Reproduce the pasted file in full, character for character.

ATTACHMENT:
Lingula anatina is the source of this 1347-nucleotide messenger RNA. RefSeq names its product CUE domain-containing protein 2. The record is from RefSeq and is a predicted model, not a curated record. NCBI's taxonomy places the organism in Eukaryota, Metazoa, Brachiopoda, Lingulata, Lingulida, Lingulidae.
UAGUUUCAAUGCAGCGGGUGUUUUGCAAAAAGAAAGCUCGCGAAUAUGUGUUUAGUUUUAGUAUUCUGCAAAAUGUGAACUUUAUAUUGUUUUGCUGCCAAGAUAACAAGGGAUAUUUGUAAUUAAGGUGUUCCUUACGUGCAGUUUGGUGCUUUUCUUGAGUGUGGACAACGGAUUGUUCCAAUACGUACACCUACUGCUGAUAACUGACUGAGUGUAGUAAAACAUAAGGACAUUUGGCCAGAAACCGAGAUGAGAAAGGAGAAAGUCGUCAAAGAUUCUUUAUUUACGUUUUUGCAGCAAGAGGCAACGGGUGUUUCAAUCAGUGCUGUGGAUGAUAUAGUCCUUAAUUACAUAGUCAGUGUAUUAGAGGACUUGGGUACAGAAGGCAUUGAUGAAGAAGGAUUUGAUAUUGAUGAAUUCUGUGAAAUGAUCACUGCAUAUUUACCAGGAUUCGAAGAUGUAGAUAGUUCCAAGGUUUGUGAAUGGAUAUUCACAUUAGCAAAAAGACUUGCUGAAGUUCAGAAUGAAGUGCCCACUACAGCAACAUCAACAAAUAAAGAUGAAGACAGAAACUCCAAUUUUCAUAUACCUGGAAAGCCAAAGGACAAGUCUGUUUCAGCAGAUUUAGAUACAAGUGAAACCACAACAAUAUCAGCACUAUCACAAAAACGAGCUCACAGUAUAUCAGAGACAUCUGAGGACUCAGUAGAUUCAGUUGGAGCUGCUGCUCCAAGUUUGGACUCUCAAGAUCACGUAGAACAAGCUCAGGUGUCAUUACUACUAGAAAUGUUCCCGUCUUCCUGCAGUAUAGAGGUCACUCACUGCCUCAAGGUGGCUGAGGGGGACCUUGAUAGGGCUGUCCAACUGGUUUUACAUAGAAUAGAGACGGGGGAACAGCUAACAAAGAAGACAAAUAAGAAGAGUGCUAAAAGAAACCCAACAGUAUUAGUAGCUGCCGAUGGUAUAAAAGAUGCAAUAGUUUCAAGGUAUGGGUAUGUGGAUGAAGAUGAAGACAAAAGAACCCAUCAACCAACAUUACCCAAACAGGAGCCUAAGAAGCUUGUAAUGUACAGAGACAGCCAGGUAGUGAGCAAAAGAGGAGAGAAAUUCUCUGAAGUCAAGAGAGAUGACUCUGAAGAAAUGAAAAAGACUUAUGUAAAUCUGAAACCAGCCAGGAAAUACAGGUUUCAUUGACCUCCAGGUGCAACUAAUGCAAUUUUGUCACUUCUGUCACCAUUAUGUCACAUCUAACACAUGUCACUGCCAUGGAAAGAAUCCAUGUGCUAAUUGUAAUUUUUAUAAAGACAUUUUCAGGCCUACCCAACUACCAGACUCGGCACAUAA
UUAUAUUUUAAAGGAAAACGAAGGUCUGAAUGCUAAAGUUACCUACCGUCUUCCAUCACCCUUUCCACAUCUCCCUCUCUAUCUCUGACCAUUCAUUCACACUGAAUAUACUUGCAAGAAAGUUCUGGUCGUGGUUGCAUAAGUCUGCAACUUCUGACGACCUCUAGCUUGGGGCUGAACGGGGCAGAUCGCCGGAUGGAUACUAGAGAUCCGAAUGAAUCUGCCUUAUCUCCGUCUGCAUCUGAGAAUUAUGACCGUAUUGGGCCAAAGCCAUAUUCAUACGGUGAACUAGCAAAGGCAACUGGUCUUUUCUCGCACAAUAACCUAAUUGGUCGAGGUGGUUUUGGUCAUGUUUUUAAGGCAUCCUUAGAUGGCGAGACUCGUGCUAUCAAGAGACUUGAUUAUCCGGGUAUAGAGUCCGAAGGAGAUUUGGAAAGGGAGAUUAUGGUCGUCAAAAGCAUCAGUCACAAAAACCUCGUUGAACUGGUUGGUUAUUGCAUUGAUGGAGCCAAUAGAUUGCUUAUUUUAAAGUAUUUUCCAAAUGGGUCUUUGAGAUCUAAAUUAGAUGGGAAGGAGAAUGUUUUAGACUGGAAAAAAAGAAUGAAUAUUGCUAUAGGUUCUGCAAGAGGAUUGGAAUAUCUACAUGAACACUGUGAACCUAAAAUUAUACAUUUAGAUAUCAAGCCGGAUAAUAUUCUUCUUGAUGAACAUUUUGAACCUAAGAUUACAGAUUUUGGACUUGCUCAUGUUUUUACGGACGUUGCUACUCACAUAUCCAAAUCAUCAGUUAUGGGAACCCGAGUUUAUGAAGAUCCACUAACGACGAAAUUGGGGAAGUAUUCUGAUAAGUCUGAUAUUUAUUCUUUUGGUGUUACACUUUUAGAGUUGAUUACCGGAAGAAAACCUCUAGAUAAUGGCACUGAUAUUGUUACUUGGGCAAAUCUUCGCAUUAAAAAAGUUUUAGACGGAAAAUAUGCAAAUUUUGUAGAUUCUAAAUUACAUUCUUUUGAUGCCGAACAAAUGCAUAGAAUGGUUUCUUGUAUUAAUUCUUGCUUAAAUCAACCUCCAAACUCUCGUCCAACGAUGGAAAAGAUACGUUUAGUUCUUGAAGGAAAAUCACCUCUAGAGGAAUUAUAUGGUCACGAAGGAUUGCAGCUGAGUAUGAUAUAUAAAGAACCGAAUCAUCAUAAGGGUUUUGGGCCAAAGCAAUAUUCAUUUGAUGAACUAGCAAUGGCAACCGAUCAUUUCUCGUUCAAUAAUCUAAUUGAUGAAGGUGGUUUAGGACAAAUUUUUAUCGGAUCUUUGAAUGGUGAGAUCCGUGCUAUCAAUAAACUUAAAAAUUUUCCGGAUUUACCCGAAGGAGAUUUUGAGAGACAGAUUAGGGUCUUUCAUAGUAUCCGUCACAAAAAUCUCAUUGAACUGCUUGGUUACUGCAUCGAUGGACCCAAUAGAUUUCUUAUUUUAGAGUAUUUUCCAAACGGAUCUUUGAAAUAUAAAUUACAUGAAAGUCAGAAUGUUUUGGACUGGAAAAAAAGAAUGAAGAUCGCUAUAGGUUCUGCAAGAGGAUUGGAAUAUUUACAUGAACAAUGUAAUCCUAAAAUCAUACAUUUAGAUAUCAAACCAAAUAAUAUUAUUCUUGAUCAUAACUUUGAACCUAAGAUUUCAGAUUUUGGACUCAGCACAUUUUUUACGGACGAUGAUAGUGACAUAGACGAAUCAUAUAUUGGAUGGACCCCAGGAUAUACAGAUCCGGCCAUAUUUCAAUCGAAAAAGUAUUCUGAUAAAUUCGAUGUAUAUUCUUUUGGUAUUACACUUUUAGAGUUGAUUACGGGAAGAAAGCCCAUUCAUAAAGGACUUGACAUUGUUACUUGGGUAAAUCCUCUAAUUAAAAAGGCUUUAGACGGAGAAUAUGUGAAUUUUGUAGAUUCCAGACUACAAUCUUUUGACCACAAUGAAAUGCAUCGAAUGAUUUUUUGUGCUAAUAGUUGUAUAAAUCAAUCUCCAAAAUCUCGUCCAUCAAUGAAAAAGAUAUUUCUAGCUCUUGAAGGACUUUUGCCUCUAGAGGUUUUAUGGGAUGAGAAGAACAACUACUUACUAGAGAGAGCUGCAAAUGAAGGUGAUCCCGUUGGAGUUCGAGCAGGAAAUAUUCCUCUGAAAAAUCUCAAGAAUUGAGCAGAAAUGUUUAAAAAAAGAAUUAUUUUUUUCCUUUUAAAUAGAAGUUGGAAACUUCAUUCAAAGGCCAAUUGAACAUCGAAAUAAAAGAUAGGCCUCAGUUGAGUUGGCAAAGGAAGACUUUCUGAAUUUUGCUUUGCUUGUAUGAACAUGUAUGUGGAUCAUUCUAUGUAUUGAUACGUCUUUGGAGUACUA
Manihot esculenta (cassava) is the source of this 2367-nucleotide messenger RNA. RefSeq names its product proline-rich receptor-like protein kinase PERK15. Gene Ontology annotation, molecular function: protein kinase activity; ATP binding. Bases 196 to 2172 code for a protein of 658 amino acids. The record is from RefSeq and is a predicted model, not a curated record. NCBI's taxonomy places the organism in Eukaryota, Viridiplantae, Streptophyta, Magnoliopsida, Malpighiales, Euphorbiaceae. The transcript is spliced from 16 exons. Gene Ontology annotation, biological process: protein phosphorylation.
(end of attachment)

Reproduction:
Lingula anatina is the source of this 1347-nucleotide messenger RNA. RefSeq names its product CUE domain-containing protein 2. The record is from RefSeq and is a predicted model, not a curated record. NCBI's taxonomy places the organism in Eukaryota, Metazoa, Brachiopoda, Lingulata, Lingulida, Lingulidae.
UAGUUUCAAUGCAGCGGGUGUUUUGCAAAAAGAAAGCUCGCGAAUAUGUGUUUAGUUUUAGUAUUCUGCAAAAUGUGAACUUUAUAUUGUUUUGCUGCCAAGAUAACAAGGGAUAUUUGUAAUUAAGGUGUUCCUUACGUGCAGUUUGGUGCUUUUCUUGAGUGUGGACAACGGAUUGUUCCAAUACGUACACCUACUGCUGAUAACUGACUGAGUGUAGUAAAACAUAAGGACAUUUGGCCAGAAACCGAGAUGAGAAAGGAGAAAGUCGUCAAAGAUUCUUUAUUUACGUUUUUGCAGCAAGAGGCAACGGGUGUUUCAAUCAGUGCUGUGGAUGAUAUAGUCCUUAAUUACAUAGUCAGUGUAUUAGAGGACUUGGGUACAGAAGGCAUUGAUGAAGAAGGAUUUGAUAUUGAUGAAUUCUGUGAAAUGAUCACUGCAUAUUUACCAGGAUUCGAAGAUGUAGAUAGUUCCAAGGUUUGUGAAUGGAUAUUCACAUUAGCAAAAAGACUUGCUGAAGUUCAGAAUGAAGUGCCCACUACAGCAACAUCAACAAAUAAAGAUGAAGACAGAAACUCCAAUUUUCAUAUACCUGGAAAGCCAAAGGACAAGUCUGUUUCAGCAGAUUUAGAUACAAGUGAAACCACAACAAUAUCAGCACUAUCACAAAAACGAGCUCACAGUAUAUCAGAGACAUCUGAGGACUCAGUAGAUUCAGUUGGAGCUGCUGCUCCAAGUUUGGACUCUCAAGAUCACGUAGAACAAGCUCAGGUGUCAUUACUACUAGAAAUGUUCCCGUCUUCCUGCAGUAUAGAGGUCACUCACUGCCUCAAGGUGGCUGAGGGGGACCUUGAUAGGGCUGUCCAACUGGUUUUACAUAGAAUAGAGACGGGGGAACAGCUAACAAAGAAGACAAAUAAGAAGAGUGCUAAAAGAAACCCAACAGUAUUAGUAGCUGCCGAUGGUAUAAAAGAUGCAAUAGUUUCAAGGUAUGGGUAUGUGGAUGAAGAUGAAGACAAAAGAACCCAUCAACCAACAUUACCCAAACAGGAGCCUAAGAAGCUUGUAAUGUACAGAGACAGCCAGGUAGUGAGCAAAAGAGGAGAGAAAUUCUCUGAAGUCAAGAGAGAUGACUCUGAAGAAAUGAAAAAGACUUAUGUAAAUCUGAAACCAGCCAGGAAAUACAGGUUUCAUUGACCUCCAGGUGCAACUAAUGCAAUUUUGUCACUUCUGUCACCAUUAUGUCACAUCUAACACAUGUCACUGCCAUGGAAAGAAUCCAUGUGCUAAUUGUAAUUUUUAUAAAGACAUUUUCAGGCCUACCCAACUACCAGACUCGGCACAUAA
UUAUAUUUUAAAGGAAAACGAAGGUCUGAAUGCUAAAGUUACCUACCGUCUUCCAUCACCCUUUCCACAUCUCCCUCUCUAUCUCUGACCAUUCAUUCACACUGAAUAUACUUGCAAGAAAGUUCUGGUCGUGGUUGCAUAAGUCUGCAACUUCUGACGACCUCUAGCUUGGGGCUGAACGGGGCAGAUCGCCGGAUGGAUACUAGAGAUCCGAAUGAAUCUGCCUUAUCUCCGUCUGCAUCUGAGAAUUAUGACCGUAUUGGGCCAAAGCCAUAUUCAUACGGUGAACUAGCAAAGGCAACUGGUCUUUUCUCGCACAAUAACCUAAUUGGUCGAGGUGGUUUUGGUCAUGUUUUUAAGGCAUCCUUAGAUGGCGAGACUCGUGCUAUCAAGAGACUUGAUUAUCCGGGUAUAGAGUCCGAAGGAGAUUUGGAAAGGGAGAUUAUGGUCGUCAAAAGCAUCAGUCACAAAAACCUCGUUGAACUGGUUGGUUAUUGCAUUGAUGGAGCCAAUAGAUUGCUUAUUUUAAAGUAUUUUCCAAAUGGGUCUUUGAGAUCUAAAUUAGAUGGGAAGGAGAAUGUUUUAGACUGGAAAAAAAGAAUGAAUAUUGCUAUAGGUUCUGCAAGAGGAUUGGAAUAUCUACAUGAACACUGUGAACCUAAAAUUAUACAUUUAGAUAUCAAGCCGGAUAAUAUUCUUCUUGAUGAACAUUUUGAACCUAAGAUUACAGAUUUUGGACUUGCUCAUGUUUUUACGGACGUUGCUACUCACAUAUCCAAAUCAUCAGUUAUGGGAACCCGAGUUUAUGAAGAUCCACUAACGACGAAAUUGGGGAAGUAUUCUGAUAAGUCUGAUAUUUAUUCUUUUGGUGUUACACUUUUAGAGUUGAUUACCGGAAGAAAACCUCUAGAUAAUGGCACUGAUAUUGUUACUUGGGCAAAUCUUCGCAUUAAAAAAGUUUUAGACGGAAAAUAUGCAAAUUUUGUAGAUUCUAAAUUACAUUCUUUUGAUGCCGAACAAAUGCAUAGAAUGGUUUCUUGUAUUAAUUCUUGCUUAAAUCAACCUCCAAACUCUCGUCCAACGAUGGAAAAGAUACGUUUAGUUCUUGAAGGAAAAUCACCUCUAGAGGAAUUAUAUGGUCACGAAGGAUUGCAGCUGAGUAUGAUAUAUAAAGAACCGAAUCAUCAUAAGGGUUUUGGGCCAAAGCAAUAUUCAUUUGAUGAACUAGCAAUGGCAACCGAUCAUUUCUCGUUCAAUAAUCUAAUUGAUGAAGGUGGUUUAGGACAAAUUUUUAUCGGAUCUUUGAAUGGUGAGAUCCGUGCUAUCAAUAAACUUAAAAAUUUUCCGGAUUUACCCGAAGGAGAUUUUGAGAGACAGAUUAGGGUCUUUCAUAGUAUCCGUCACAAAAAUCUCAUUGAACUGCUUGGUUACUGCAUCGAUGGACCCAAUAGAUUUCUUAUUUUAGAGUAUUUUCCAAACGGAUCUUUGAAAUAUAAAUUACAUGAAAGUCAGAAUGUUUUGGACUGGAAAAAAAGAAUGAAGAUCGCUAUAGGUUCUGCAAGAGGAUUGGAAUAUUUACAUGAACAAUGUAAUCCUAAAAUCAUACAUUUAGAUAUCAAACCAAAUAAUAUUAUUCUUGAUCAUAACUUUGAACCUAAGAUUUCAGAUUUUGGACUCAGCACAUUUUUUACGGACGAUGAUAGUGACAUAGACGAAUCAUAUAUUGGAUGGACCCCAGGAUAUACAGAUCCGGCCAUAUUUCAAUCGAAAAAGUAUUCUGAUAAAUUCGAUGUAUAUUCUUUUGGUAUUACACUUUUAGAGUUGAUUACGGGAAGAAAGCCCAUUCAUAAAGGACUUGACAUUGUUACUUGGGUAAAUCCUCUAAUUAAAAAGGCUUUAGACGGAGAAUAUGUGAAUUUUGUAGAUUCCAGACUACAAUCUUUUGACCACAAUGAAAUGCAUCGAAUGAUUUUUUGUGCUAAUAGUUGUAUAAAUCAAUCUCCAAAAUCUCGUCCAUCAAUGAAAAAGAUAUUUCUAGCUCUUGAAGGACUUUUGCCUCUAGAGGUUUUAUGGGAUGAGAAGAACAACUACUUACUAGAGAGAGCUGCAAAUGAAGGUGAUCCCGUUGGAGUUCGAGCAGGAAAUAUUCCUCUGAAAAAUCUCAAGAAUUGAGCAGAAAUGUUUAAAAAAAGAAUUAUUUUUUUCCUUUUAAAUAGAAGUUGGAAACUUCAUUCAAAGGCCAAUUGAACAUCGAAAUAAAAGAUAGGCCUCAGUUGAGUUGGCAAAGGAAGACUUUCUGAAUUUUGCUUUGCUUGUAUGAACAUGUAUGUGGAUCAUUCUAUGUAUUGAUACGUCUUUGGAGUACUA
Manihot esculenta (cassava) is the source of this 2367-nucleotide messenger RNA. RefSeq names its product proline-rich receptor-like protein kinase PERK15. Gene Ontology annotation, molecular function: protein kinase activity; ATP binding. Bases 196 to 2172 code for a protein of 658 amino acids. The record is from RefSeq and is a predicted model, not a curated record. NCBI's taxonomy places the organism in Eukaryota, Viridiplantae, Streptophyta, Magnoliopsida, Malpighiales, Euphorbiaceae. The transcript is spliced from 16 exons. Gene Ontology annotation, biological process: protein phosphorylation.